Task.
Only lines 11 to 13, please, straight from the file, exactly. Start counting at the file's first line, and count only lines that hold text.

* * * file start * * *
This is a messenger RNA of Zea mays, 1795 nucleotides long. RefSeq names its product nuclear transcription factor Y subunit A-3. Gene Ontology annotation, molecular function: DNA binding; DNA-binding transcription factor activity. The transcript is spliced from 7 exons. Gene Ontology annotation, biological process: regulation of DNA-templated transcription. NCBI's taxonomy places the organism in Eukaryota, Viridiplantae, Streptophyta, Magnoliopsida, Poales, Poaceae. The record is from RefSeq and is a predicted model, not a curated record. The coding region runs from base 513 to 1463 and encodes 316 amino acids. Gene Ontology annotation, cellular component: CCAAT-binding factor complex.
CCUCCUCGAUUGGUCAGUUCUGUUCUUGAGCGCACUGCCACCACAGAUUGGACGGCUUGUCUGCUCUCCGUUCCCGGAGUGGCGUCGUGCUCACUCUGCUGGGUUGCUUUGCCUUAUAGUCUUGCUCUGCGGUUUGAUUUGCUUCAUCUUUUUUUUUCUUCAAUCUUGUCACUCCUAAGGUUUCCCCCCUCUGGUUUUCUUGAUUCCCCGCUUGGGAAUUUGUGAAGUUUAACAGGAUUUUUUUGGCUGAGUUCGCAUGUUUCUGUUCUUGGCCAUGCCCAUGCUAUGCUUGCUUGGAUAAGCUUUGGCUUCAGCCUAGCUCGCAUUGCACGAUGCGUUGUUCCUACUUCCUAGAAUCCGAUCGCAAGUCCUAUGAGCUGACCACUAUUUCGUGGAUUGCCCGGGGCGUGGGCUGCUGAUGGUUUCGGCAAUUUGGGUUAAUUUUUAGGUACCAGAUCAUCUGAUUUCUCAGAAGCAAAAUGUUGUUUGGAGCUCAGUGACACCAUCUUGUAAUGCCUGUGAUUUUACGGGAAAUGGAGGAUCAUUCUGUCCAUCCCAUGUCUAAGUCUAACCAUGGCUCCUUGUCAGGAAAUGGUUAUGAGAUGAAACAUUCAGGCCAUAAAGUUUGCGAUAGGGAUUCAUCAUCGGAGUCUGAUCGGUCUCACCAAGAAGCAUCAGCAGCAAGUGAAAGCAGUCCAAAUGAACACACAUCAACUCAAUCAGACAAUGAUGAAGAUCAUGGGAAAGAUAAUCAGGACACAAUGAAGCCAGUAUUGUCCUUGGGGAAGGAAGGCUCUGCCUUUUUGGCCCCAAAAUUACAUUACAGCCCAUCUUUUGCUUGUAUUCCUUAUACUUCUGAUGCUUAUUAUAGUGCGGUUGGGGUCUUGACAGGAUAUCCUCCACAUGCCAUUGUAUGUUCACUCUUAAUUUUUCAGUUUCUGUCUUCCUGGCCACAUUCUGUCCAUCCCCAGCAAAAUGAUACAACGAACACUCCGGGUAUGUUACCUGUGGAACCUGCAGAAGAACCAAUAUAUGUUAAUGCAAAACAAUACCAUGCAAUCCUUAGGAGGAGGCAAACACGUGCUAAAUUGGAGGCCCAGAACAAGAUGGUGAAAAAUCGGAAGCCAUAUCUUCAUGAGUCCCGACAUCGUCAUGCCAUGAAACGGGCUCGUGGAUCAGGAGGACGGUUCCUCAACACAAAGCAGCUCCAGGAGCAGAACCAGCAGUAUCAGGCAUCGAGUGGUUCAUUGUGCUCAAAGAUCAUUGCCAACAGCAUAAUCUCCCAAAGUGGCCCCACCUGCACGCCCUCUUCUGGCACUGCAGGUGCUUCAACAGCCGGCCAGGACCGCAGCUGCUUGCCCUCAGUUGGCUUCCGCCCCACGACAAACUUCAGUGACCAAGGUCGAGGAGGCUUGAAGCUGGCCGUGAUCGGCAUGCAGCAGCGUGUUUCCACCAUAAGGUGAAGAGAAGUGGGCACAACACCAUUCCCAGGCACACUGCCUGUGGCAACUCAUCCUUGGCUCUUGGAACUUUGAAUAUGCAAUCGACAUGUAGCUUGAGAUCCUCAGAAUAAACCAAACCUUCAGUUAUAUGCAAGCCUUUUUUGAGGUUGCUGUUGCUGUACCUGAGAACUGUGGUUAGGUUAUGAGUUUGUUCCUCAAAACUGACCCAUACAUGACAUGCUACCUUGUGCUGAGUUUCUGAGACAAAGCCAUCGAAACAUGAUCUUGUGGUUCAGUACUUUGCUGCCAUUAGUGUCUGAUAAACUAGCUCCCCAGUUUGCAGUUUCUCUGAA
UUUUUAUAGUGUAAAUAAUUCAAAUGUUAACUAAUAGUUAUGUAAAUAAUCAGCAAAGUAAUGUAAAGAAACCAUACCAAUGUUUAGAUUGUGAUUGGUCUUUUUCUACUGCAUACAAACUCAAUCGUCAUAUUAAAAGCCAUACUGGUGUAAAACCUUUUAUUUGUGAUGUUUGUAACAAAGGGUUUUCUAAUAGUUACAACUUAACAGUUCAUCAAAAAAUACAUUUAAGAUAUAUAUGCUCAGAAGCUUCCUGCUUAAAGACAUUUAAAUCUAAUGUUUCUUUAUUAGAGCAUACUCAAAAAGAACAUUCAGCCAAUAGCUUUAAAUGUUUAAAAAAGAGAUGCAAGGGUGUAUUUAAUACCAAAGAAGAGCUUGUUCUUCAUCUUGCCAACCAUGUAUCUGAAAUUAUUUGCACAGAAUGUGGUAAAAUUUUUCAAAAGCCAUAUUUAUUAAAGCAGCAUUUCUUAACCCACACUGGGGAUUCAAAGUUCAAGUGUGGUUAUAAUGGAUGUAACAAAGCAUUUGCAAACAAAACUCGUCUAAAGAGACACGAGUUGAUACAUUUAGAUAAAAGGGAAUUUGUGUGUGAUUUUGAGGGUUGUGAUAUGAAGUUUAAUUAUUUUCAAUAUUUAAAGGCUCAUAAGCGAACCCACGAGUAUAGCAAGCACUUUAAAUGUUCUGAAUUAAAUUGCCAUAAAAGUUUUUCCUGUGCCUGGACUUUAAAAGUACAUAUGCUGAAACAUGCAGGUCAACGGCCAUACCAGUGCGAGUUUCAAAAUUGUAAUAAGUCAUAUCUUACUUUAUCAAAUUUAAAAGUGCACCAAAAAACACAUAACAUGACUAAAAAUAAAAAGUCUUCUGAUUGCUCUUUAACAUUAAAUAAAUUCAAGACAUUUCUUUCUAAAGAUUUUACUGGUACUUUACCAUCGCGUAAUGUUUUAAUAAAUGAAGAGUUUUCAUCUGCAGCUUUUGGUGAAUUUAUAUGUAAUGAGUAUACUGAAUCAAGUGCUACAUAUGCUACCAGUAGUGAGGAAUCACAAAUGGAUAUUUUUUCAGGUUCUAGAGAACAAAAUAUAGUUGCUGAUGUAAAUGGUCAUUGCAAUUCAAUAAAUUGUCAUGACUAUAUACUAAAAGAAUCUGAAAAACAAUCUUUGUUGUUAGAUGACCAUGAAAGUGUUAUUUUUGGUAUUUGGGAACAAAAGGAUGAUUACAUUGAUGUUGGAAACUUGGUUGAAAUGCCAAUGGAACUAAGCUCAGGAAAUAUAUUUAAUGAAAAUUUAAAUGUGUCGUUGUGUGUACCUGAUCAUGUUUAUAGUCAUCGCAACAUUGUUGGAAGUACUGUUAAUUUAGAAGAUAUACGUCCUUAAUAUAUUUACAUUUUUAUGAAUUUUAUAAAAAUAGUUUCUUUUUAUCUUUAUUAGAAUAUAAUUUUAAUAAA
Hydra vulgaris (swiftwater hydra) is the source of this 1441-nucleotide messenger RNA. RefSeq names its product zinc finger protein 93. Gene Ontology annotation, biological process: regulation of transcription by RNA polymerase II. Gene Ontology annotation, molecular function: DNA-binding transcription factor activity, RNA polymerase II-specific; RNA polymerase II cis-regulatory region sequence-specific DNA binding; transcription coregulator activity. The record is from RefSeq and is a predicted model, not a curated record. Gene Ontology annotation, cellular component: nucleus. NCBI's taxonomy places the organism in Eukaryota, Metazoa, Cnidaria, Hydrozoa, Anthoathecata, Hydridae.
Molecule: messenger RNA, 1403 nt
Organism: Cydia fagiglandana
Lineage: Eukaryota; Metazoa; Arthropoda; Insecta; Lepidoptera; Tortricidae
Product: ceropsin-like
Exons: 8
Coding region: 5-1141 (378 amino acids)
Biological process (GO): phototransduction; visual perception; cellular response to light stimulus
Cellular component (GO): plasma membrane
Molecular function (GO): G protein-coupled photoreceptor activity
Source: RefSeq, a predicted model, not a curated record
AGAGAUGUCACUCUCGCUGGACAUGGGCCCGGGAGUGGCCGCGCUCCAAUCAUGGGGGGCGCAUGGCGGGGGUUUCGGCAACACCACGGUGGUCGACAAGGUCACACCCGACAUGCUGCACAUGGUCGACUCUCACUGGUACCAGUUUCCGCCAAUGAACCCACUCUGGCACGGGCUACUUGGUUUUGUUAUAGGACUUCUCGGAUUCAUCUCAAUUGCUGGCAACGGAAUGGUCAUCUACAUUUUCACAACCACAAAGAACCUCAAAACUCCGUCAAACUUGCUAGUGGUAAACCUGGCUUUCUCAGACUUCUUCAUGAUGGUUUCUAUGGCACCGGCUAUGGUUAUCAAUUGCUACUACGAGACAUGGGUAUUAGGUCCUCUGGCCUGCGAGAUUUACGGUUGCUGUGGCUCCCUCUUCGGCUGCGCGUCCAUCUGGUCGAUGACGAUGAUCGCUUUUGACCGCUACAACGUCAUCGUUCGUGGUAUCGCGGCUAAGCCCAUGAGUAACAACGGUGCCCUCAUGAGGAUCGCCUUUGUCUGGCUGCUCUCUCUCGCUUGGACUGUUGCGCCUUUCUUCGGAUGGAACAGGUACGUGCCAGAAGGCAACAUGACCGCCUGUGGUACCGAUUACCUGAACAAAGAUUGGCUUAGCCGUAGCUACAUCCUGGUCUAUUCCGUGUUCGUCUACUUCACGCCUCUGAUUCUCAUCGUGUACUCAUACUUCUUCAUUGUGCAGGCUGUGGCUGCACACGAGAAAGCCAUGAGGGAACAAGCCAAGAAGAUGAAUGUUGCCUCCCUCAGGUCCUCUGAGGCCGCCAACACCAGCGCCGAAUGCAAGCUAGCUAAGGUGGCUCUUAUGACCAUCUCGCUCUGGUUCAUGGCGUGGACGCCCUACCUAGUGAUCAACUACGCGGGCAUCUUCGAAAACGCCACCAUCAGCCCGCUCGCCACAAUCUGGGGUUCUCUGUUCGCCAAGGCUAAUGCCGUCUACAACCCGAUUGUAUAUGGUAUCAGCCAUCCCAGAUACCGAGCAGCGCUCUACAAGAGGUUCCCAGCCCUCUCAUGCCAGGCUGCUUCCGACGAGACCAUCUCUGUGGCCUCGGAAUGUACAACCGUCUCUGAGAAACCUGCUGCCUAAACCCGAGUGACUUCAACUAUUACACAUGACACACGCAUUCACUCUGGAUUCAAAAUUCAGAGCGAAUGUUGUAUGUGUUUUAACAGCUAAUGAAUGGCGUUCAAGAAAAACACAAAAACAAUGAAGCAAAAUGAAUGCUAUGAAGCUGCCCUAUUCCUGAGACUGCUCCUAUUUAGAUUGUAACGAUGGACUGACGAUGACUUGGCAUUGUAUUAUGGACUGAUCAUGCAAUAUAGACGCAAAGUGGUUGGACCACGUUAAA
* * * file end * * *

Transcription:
Biological process (GO): phototransduction; visual perception; cellular response to light stimulus
Cellular component (GO): plasma membrane
Molecular function (GO): G protein-coupled photoreceptor activity